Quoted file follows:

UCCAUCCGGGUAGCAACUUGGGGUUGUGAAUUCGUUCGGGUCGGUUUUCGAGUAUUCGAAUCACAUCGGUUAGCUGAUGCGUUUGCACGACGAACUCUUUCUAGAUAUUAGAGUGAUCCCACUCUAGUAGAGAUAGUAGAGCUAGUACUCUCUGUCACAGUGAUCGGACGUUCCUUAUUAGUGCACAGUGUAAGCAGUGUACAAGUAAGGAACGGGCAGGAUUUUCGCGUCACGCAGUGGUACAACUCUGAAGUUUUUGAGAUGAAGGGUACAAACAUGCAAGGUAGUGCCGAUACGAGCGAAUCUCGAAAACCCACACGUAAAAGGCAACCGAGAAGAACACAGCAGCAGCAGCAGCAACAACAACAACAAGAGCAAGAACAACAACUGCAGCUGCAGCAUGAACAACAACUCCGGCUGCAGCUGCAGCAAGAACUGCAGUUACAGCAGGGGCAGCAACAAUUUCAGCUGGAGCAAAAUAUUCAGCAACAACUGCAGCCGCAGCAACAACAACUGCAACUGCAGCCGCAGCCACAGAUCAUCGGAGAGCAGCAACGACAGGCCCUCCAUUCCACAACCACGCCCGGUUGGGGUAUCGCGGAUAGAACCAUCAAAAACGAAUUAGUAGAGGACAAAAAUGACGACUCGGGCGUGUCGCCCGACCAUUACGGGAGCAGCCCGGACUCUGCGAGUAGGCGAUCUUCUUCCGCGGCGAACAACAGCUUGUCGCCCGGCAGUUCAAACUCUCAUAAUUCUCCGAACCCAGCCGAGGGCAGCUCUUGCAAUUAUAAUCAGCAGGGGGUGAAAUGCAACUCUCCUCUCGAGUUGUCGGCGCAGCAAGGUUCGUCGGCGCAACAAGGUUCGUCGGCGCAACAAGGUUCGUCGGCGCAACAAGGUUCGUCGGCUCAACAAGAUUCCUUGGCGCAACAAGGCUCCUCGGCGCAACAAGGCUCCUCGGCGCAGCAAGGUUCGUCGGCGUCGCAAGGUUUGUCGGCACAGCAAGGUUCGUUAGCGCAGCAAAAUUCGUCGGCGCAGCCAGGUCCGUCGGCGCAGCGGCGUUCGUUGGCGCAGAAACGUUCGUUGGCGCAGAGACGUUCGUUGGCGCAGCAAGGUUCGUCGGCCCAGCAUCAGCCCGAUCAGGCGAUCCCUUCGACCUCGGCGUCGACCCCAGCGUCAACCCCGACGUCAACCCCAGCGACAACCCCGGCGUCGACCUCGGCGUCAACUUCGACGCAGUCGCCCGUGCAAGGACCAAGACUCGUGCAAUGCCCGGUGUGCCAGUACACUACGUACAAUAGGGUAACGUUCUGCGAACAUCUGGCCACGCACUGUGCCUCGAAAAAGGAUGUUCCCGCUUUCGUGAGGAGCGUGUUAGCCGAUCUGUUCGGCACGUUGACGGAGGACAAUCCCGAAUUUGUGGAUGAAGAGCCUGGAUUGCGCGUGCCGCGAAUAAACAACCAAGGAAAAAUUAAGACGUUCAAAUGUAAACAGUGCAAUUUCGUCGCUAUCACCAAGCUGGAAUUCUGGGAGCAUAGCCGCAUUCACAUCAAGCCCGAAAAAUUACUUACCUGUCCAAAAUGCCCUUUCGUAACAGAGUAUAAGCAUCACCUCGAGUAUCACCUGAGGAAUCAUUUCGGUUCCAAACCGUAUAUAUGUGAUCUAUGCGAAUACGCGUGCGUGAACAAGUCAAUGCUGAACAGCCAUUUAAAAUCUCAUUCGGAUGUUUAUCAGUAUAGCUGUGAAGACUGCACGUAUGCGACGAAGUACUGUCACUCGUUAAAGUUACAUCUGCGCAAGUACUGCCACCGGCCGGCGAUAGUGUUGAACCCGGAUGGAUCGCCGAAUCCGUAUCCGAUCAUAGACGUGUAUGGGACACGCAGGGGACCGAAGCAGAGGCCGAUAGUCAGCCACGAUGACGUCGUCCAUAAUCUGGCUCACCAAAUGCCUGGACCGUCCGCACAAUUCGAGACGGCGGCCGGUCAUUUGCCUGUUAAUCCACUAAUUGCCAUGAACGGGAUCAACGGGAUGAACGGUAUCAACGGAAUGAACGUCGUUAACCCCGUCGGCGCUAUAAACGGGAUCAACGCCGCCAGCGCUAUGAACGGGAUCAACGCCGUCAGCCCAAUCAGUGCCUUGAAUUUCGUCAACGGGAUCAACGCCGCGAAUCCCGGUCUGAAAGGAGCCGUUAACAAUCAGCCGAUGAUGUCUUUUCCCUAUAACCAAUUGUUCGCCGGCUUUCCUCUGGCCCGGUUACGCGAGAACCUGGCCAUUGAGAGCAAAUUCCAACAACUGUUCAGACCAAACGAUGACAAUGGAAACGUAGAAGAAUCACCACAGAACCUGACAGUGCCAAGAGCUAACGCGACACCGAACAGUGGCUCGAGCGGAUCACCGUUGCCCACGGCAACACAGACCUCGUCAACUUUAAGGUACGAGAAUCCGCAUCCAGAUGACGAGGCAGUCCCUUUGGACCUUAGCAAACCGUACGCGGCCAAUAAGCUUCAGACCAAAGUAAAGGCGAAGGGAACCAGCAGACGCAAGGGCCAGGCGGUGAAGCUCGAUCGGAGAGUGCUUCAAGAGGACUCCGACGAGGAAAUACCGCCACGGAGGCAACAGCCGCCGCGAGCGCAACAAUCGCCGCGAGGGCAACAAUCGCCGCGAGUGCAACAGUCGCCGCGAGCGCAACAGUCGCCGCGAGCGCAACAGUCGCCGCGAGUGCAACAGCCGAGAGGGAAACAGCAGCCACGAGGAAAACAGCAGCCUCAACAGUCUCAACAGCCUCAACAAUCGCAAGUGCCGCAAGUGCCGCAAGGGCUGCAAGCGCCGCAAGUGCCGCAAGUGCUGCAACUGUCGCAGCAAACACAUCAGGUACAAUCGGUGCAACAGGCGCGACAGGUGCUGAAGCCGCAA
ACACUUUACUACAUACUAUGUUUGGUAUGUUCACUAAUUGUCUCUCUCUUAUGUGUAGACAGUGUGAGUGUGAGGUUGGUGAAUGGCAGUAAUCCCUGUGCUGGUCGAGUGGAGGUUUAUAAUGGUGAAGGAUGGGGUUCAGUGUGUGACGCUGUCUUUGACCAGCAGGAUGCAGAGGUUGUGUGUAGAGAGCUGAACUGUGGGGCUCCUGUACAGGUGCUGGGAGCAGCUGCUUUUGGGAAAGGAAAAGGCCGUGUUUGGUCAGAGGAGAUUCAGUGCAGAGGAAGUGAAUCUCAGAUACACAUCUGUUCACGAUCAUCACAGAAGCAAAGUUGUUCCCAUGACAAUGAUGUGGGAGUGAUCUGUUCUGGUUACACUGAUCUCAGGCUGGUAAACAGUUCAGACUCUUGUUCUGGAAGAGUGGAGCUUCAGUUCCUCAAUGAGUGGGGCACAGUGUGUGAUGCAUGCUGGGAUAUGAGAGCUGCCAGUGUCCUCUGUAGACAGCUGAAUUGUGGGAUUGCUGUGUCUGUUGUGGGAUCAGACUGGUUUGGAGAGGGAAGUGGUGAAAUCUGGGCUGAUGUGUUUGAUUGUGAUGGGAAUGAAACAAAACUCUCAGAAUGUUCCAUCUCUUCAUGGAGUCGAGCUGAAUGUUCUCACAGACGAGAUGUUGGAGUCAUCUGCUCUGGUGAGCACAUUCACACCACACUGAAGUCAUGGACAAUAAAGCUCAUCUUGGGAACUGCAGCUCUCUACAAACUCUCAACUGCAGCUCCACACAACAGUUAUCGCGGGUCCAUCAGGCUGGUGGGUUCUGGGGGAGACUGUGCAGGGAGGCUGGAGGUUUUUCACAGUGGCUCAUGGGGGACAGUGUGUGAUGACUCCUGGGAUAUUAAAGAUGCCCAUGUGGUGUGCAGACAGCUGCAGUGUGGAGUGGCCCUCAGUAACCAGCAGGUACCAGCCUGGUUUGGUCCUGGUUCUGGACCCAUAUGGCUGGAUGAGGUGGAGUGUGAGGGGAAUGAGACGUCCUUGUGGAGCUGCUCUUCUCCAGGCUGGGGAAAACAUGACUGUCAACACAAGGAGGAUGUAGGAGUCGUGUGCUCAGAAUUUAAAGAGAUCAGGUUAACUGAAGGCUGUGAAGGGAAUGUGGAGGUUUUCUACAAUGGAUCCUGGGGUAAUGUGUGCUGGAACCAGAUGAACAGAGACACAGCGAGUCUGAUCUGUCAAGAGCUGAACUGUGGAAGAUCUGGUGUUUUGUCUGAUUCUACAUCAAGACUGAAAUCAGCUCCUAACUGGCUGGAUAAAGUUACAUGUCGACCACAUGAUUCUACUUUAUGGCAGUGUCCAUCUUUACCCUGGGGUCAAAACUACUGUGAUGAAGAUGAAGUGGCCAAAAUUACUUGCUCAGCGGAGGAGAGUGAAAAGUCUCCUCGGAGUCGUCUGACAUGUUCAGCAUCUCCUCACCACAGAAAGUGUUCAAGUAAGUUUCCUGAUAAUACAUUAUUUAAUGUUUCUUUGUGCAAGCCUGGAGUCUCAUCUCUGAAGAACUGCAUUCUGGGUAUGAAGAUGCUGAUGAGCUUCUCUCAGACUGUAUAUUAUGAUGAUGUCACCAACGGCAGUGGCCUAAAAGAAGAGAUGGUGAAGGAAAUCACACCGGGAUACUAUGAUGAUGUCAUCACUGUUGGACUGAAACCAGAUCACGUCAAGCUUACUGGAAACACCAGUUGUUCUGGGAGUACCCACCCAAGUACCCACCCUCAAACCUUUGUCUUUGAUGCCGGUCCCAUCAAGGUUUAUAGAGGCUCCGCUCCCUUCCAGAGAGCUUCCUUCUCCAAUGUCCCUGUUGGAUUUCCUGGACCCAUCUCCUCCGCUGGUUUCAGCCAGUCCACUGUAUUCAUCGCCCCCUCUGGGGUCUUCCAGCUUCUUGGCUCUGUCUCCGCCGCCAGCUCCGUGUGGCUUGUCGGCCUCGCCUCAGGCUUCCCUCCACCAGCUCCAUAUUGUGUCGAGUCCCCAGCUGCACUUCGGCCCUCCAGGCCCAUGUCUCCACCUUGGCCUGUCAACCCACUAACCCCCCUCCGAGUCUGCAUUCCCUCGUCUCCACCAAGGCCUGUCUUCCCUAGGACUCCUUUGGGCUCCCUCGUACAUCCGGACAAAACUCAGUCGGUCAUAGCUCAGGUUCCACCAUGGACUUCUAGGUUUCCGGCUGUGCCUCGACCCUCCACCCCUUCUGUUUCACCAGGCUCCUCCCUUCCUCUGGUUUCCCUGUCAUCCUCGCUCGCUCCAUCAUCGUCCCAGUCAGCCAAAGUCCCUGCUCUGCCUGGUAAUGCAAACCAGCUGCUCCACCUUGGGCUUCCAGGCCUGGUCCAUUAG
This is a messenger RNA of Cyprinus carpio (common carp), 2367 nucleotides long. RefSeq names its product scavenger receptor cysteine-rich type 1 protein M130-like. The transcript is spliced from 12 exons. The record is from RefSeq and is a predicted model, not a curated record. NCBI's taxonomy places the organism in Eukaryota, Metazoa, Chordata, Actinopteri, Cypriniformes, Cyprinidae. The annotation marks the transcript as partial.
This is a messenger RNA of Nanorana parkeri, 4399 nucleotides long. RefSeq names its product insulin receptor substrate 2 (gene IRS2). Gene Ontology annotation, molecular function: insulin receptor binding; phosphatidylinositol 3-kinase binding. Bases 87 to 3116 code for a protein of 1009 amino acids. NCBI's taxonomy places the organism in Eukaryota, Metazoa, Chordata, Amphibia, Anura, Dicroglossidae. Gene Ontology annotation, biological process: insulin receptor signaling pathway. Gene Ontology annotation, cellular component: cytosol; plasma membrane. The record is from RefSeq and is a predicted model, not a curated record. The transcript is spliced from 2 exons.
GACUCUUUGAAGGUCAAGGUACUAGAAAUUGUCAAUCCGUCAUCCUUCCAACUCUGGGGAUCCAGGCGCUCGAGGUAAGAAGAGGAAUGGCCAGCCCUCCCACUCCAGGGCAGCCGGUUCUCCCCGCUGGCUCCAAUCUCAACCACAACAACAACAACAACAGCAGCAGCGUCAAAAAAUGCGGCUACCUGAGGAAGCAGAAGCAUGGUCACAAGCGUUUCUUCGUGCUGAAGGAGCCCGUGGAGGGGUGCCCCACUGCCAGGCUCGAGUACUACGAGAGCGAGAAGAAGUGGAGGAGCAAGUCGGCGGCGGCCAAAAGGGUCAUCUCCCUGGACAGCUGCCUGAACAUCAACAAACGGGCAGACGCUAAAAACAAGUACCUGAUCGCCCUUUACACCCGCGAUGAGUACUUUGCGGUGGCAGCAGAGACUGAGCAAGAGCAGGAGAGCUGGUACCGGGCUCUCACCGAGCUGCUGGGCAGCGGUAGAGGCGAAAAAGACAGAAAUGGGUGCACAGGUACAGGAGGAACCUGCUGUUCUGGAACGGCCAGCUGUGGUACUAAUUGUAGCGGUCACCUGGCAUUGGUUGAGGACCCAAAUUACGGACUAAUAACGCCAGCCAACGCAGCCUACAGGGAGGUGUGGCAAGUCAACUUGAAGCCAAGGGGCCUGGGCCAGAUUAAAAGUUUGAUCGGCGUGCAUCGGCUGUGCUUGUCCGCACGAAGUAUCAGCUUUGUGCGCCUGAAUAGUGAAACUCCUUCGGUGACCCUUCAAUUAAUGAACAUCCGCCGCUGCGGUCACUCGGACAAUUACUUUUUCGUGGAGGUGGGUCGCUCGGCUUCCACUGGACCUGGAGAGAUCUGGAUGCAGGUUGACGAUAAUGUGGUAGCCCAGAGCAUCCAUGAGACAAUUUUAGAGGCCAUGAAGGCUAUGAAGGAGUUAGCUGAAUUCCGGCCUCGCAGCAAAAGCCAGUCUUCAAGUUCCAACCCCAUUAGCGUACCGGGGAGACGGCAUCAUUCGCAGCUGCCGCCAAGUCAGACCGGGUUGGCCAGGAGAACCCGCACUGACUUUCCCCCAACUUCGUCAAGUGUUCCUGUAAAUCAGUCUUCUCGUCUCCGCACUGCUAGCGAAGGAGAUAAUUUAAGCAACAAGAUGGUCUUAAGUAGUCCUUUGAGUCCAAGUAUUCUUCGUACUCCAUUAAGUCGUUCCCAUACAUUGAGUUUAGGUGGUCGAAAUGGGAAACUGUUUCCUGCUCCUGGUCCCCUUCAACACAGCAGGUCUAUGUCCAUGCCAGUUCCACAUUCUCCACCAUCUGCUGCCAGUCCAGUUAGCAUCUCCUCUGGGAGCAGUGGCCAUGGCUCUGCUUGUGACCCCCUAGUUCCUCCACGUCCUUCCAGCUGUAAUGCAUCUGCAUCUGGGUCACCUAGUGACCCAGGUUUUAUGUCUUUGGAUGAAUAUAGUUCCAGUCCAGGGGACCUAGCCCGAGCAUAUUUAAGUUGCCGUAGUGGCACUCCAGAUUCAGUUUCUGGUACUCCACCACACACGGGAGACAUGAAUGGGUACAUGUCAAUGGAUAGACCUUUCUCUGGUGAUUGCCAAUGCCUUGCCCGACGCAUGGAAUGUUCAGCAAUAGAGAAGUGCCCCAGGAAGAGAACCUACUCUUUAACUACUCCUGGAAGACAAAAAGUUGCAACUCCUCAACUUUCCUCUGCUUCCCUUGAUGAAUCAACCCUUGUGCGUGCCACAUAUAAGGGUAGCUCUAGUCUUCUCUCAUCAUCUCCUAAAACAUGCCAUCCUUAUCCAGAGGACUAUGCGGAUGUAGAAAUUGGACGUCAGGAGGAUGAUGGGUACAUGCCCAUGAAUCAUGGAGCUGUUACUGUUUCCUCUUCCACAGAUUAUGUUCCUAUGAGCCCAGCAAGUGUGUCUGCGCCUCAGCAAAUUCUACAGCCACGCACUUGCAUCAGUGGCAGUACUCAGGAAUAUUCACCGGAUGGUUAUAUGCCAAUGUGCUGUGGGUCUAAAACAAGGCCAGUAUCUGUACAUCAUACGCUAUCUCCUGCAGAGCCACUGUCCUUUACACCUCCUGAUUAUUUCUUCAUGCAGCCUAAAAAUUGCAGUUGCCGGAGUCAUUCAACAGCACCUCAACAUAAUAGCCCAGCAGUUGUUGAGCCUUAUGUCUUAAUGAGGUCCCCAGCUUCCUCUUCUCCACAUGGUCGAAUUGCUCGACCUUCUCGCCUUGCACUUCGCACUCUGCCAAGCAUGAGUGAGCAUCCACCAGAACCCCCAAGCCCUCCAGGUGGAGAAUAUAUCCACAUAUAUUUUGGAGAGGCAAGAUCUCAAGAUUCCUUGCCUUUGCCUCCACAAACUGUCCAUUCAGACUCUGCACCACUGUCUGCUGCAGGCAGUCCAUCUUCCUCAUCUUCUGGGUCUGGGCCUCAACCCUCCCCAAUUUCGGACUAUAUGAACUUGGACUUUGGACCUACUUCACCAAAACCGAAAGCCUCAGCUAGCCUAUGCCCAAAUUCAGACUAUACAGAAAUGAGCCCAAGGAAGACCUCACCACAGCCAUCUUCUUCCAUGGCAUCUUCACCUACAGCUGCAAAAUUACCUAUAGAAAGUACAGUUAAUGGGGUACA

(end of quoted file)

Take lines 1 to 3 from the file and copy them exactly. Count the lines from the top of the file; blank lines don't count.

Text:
UCCAUCCGGGUAGCAACUUGGGGUUGUGAAUUCGUUCGGGUCGGUUUUCGAGUAUUCGAAUCACAUCGGUUAGCUGAUGCGUUUGCACGACGAACUCUUUCUAGAUAUUAGAGUGAUCCCACUCUAGUAGAGAUAGUAGAGCUAGUACUCUCUGUCACAGUGAUCGGACGUUCCUUAUUAGUGCACAGUGUAAGCAGUGUACAAGUAAGGAACGGGCAGGAUUUUCGCGUCACGCAGUGGUACAACUCUGAAGUUUUUGAGAUGAAGGGUACAAACAUGCAAGGUAGUGCCGAUACGAGCGAAUCUCGAAAACCCACACGUAAAAGGCAACCGAGAAGAACACAGCAGCAGCAGCAGCAACAACAACAACAAGAGCAAGAACAACAACUGCAGCUGCAGCAUGAACAACAACUCCGGCUGCAGCUGCAGCAAGAACUGCAGUUACAGCAGGGGCAGCAACAAUUUCAGCUGGAGCAAAAUAUUCAGCAACAACUGCAGCCGCAGCAACAACAACUGCAACUGCAGCCGCAGCCACAGAUCAUCGGAGAGCAGCAACGACAGGCCCUCCAUUCCACAACCACGCCCGGUUGGGGUAUCGCGGAUAGAACCAUCAAAAACGAAUUAGUAGAGGACAAAAAUGACGACUCGGGCGUGUCGCCCGACCAUUACGGGAGCAGCCCGGACUCUGCGAGUAGGCGAUCUUCUUCCGCGGCGAACAACAGCUUGUCGCCCGGCAGUUCAAACUCUCAUAAUUCUCCGAACCCAGCCGAGGGCAGCUCUUGCAAUUAUAAUCAGCAGGGGGUGAAAUGCAACUCUCCUCUCGAGUUGUCGGCGCAGCAAGGUUCGUCGGCGCAACAAGGUUCGUCGGCGCAACAAGGUUCGUCGGCGCAACAAGGUUCGUCGGCUCAACAAGAUUCCUUGGCGCAACAAGGCUCCUCGGCGCAACAAGGCUCCUCGGCGCAGCAAGGUUCGUCGGCGUCGCAAGGUUUGUCGGCACAGCAAGGUUCGUUAGCGCAGCAAAAUUCGUCGGCGCAGCCAGGUCCGUCGGCGCAGCGGCGUUCGUUGGCGCAGAAACGUUCGUUGGCGCAGAGACGUUCGUUGGCGCAGCAAGGUUCGUCGGCCCAGCAUCAGCCCGAUCAGGCGAUCCCUUCGACCUCGGCGUCGACCCCAGCGUCAACCCCGACGUCAACCCCAGCGACAACCCCGGCGUCGACCUCGGCGUCAACUUCGACGCAGUCGCCCGUGCAAGGACCAAGACUCGUGCAAUGCCCGGUGUGCCAGUACACUACGUACAAUAGGGUAACGUUCUGCGAACAUCUGGCCACGCACUGUGCCUCGAAAAAGGAUGUUCCCGCUUUCGUGAGGAGCGUGUUAGCCGAUCUGUUCGGCACGUUGACGGAGGACAAUCCCGAAUUUGUGGAUGAAGAGCCUGGAUUGCGCGUGCCGCGAAUAAACAACCAAGGAAAAAUUAAGACGUUCAAAUGUAAACAGUGCAAUUUCGUCGCUAUCACCAAGCUGGAAUUCUGGGAGCAUAGCCGCAUUCACAUCAAGCCCGAAAAAUUACUUACCUGUCCAAAAUGCCCUUUCGUAACAGAGUAUAAGCAUCACCUCGAGUAUCACCUGAGGAAUCAUUUCGGUUCCAAACCGUAUAUAUGUGAUCUAUGCGAAUACGCGUGCGUGAACAAGUCAAUGCUGAACAGCCAUUUAAAAUCUCAUUCGGAUGUUUAUCAGUAUAGCUGUGAAGACUGCACGUAUGCGACGAAGUACUGUCACUCGUUAAAGUUACAUCUGCGCAAGUACUGCCACCGGCCGGCGAUAGUGUUGAACCCGGAUGGAUCGCCGAAUCCGUAUCCGAUCAUAGACGUGUAUGGGACACGCAGGGGACCGAAGCAGAGGCCGAUAGUCAGCCACGAUGACGUCGUCCAUAAUCUGGCUCACCAAAUGCCUGGACCGUCCGCACAAUUCGAGACGGCGGCCGGUCAUUUGCCUGUUAAUCCACUAAUUGCCAUGAACGGGAUCAACGGGAUGAACGGUAUCAACGGAAUGAACGUCGUUAACCCCGUCGGCGCUAUAAACGGGAUCAACGCCGCCAGCGCUAUGAACGGGAUCAACGCCGUCAGCCCAAUCAGUGCCUUGAAUUUCGUCAACGGGAUCAACGCCGCGAAUCCCGGUCUGAAAGGAGCCGUUAACAAUCAGCCGAUGAUGUCUUUUCCCUAUAACCAAUUGUUCGCCGGCUUUCCUCUGGCCCGGUUACGCGAGAACCUGGCCAUUGAGAGCAAAUUCCAACAACUGUUCAGACCAAACGAUGACAAUGGAAACGUAGAAGAAUCACCACAGAACCUGACAGUGCCAAGAGCUAACGCGACACCGAACAGUGGCUCGAGCGGAUCACCGUUGCCCACGGCAACACAGACCUCGUCAACUUUAAGGUACGAGAAUCCGCAUCCAGAUGACGAGGCAGUCCCUUUGGACCUUAGCAAACCGUACGCGGCCAAUAAGCUUCAGACCAAAGUAAAGGCGAAGGGAACCAGCAGACGCAAGGGCCAGGCGGUGAAGCUCGAUCGGAGAGUGCUUCAAGAGGACUCCGACGAGGAAAUACCGCCACGGAGGCAACAGCCGCCGCGAGCGCAACAAUCGCCGCGAGGGCAACAAUCGCCGCGAGUGCAACAGUCGCCGCGAGCGCAACAGUCGCCGCGAGCGCAACAGUCGCCGCGAGUGCAACAGCCGAGAGGGAAACAGCAGCCACGAGGAAAACAGCAGCCUCAACAGUCUCAACAGCCUCAACAAUCGCAAGUGCCGCAAGUGCCGCAAGGGCUGCAAGCGCCGCAAGUGCCGCAAGUGCUGCAACUGUCGCAGCAAACACAUCAGGUACAAUCGGUGCAACAGGCGCGACAGGUGCUGAAGCCGCAA
ACACUUUACUACAUACUAUGUUUGGUAUGUUCACUAAUUGUCUCUCUCUUAUGUGUAGACAGUGUGAGUGUGAGGUUGGUGAAUGGCAGUAAUCCCUGUGCUGGUCGAGUGGAGGUUUAUAAUGGUGAAGGAUGGGGUUCAGUGUGUGACGCUGUCUUUGACCAGCAGGAUGCAGAGGUUGUGUGUAGAGAGCUGAACUGUGGGGCUCCUGUACAGGUGCUGGGAGCAGCUGCUUUUGGGAAAGGAAAAGGCCGUGUUUGGUCAGAGGAGAUUCAGUGCAGAGGAAGUGAAUCUCAGAUACACAUCUGUUCACGAUCAUCACAGAAGCAAAGUUGUUCCCAUGACAAUGAUGUGGGAGUGAUCUGUUCUGGUUACACUGAUCUCAGGCUGGUAAACAGUUCAGACUCUUGUUCUGGAAGAGUGGAGCUUCAGUUCCUCAAUGAGUGGGGCACAGUGUGUGAUGCAUGCUGGGAUAUGAGAGCUGCCAGUGUCCUCUGUAGACAGCUGAAUUGUGGGAUUGCUGUGUCUGUUGUGGGAUCAGACUGGUUUGGAGAGGGAAGUGGUGAAAUCUGGGCUGAUGUGUUUGAUUGUGAUGGGAAUGAAACAAAACUCUCAGAAUGUUCCAUCUCUUCAUGGAGUCGAGCUGAAUGUUCUCACAGACGAGAUGUUGGAGUCAUCUGCUCUGGUGAGCACAUUCACACCACACUGAAGUCAUGGACAAUAAAGCUCAUCUUGGGAACUGCAGCUCUCUACAAACUCUCAACUGCAGCUCCACACAACAGUUAUCGCGGGUCCAUCAGGCUGGUGGGUUCUGGGGGAGACUGUGCAGGGAGGCUGGAGGUUUUUCACAGUGGCUCAUGGGGGACAGUGUGUGAUGACUCCUGGGAUAUUAAAGAUGCCCAUGUGGUGUGCAGACAGCUGCAGUGUGGAGUGGCCCUCAGUAACCAGCAGGUACCAGCCUGGUUUGGUCCUGGUUCUGGACCCAUAUGGCUGGAUGAGGUGGAGUGUGAGGGGAAUGAGACGUCCUUGUGGAGCUGCUCUUCUCCAGGCUGGGGAAAACAUGACUGUCAACACAAGGAGGAUGUAGGAGUCGUGUGCUCAGAAUUUAAAGAGAUCAGGUUAACUGAAGGCUGUGAAGGGAAUGUGGAGGUUUUCUACAAUGGAUCCUGGGGUAAUGUGUGCUGGAACCAGAUGAACAGAGACACAGCGAGUCUGAUCUGUCAAGAGCUGAACUGUGGAAGAUCUGGUGUUUUGUCUGAUUCUACAUCAAGACUGAAAUCAGCUCCUAACUGGCUGGAUAAAGUUACAUGUCGACCACAUGAUUCUACUUUAUGGCAGUGUCCAUCUUUACCCUGGGGUCAAAACUACUGUGAUGAAGAUGAAGUGGCCAAAAUUACUUGCUCAGCGGAGGAGAGUGAAAAGUCUCCUCGGAGUCGUCUGACAUGUUCAGCAUCUCCUCACCACAGAAAGUGUUCAAGUAAGUUUCCUGAUAAUACAUUAUUUAAUGUUUCUUUGUGCAAGCCUGGAGUCUCAUCUCUGAAGAACUGCAUUCUGGGUAUGAAGAUGCUGAUGAGCUUCUCUCAGACUGUAUAUUAUGAUGAUGUCACCAACGGCAGUGGCCUAAAAGAAGAGAUGGUGAAGGAAAUCACACCGGGAUACUAUGAUGAUGUCAUCACUGUUGGACUGAAACCAGAUCACGUCAAGCUUACUGGAAACACCAGUUGUUCUGGGAGUACCCACCCAAGUACCCACCCUCAAACCUUUGUCUUUGAUGCCGGUCCCAUCAAGGUUUAUAGAGGCUCCGCUCCCUUCCAGAGAGCUUCCUUCUCCAAUGUCCCUGUUGGAUUUCCUGGACCCAUCUCCUCCGCUGGUUUCAGCCAGUCCACUGUAUUCAUCGCCCCCUCUGGGGUCUUCCAGCUUCUUGGCUCUGUCUCCGCCGCCAGCUCCGUGUGGCUUGUCGGCCUCGCCUCAGGCUUCCCUCCACCAGCUCCAUAUUGUGUCGAGUCCCCAGCUGCACUUCGGCCCUCCAGGCCCAUGUCUCCACCUUGGCCUGUCAACCCACUAACCCCCCUCCGAGUCUGCAUUCCCUCGUCUCCACCAAGGCCUGUCUUCCCUAGGACUCCUUUGGGCUCCCUCGUACAUCCGGACAAAACUCAGUCGGUCAUAGCUCAGGUUCCACCAUGGACUUCUAGGUUUCCGGCUGUGCCUCGACCCUCCACCCCUUCUGUUUCACCAGGCUCCUCCCUUCCUCUGGUUUCCCUGUCAUCCUCGCUCGCUCCAUCAUCGUCCCAGUCAGCCAAAGUCCCUGCUCUGCCUGGUAAUGCAAACCAGCUGCUCCACCUUGGGCUUCCAGGCCUGGUCCAUUAG
This is a messenger RNA of Cyprinus carpio (common carp), 2367 nucleotides long. RefSeq names its product scavenger receptor cysteine-rich type 1 protein M130-like. The transcript is spliced from 12 exons. The record is from RefSeq and is a predicted model, not a curated record. NCBI's taxonomy places the organism in Eukaryota, Metazoa, Chordata, Actinopteri, Cypriniformes, Cyprinidae. The annotation marks the transcript as partial.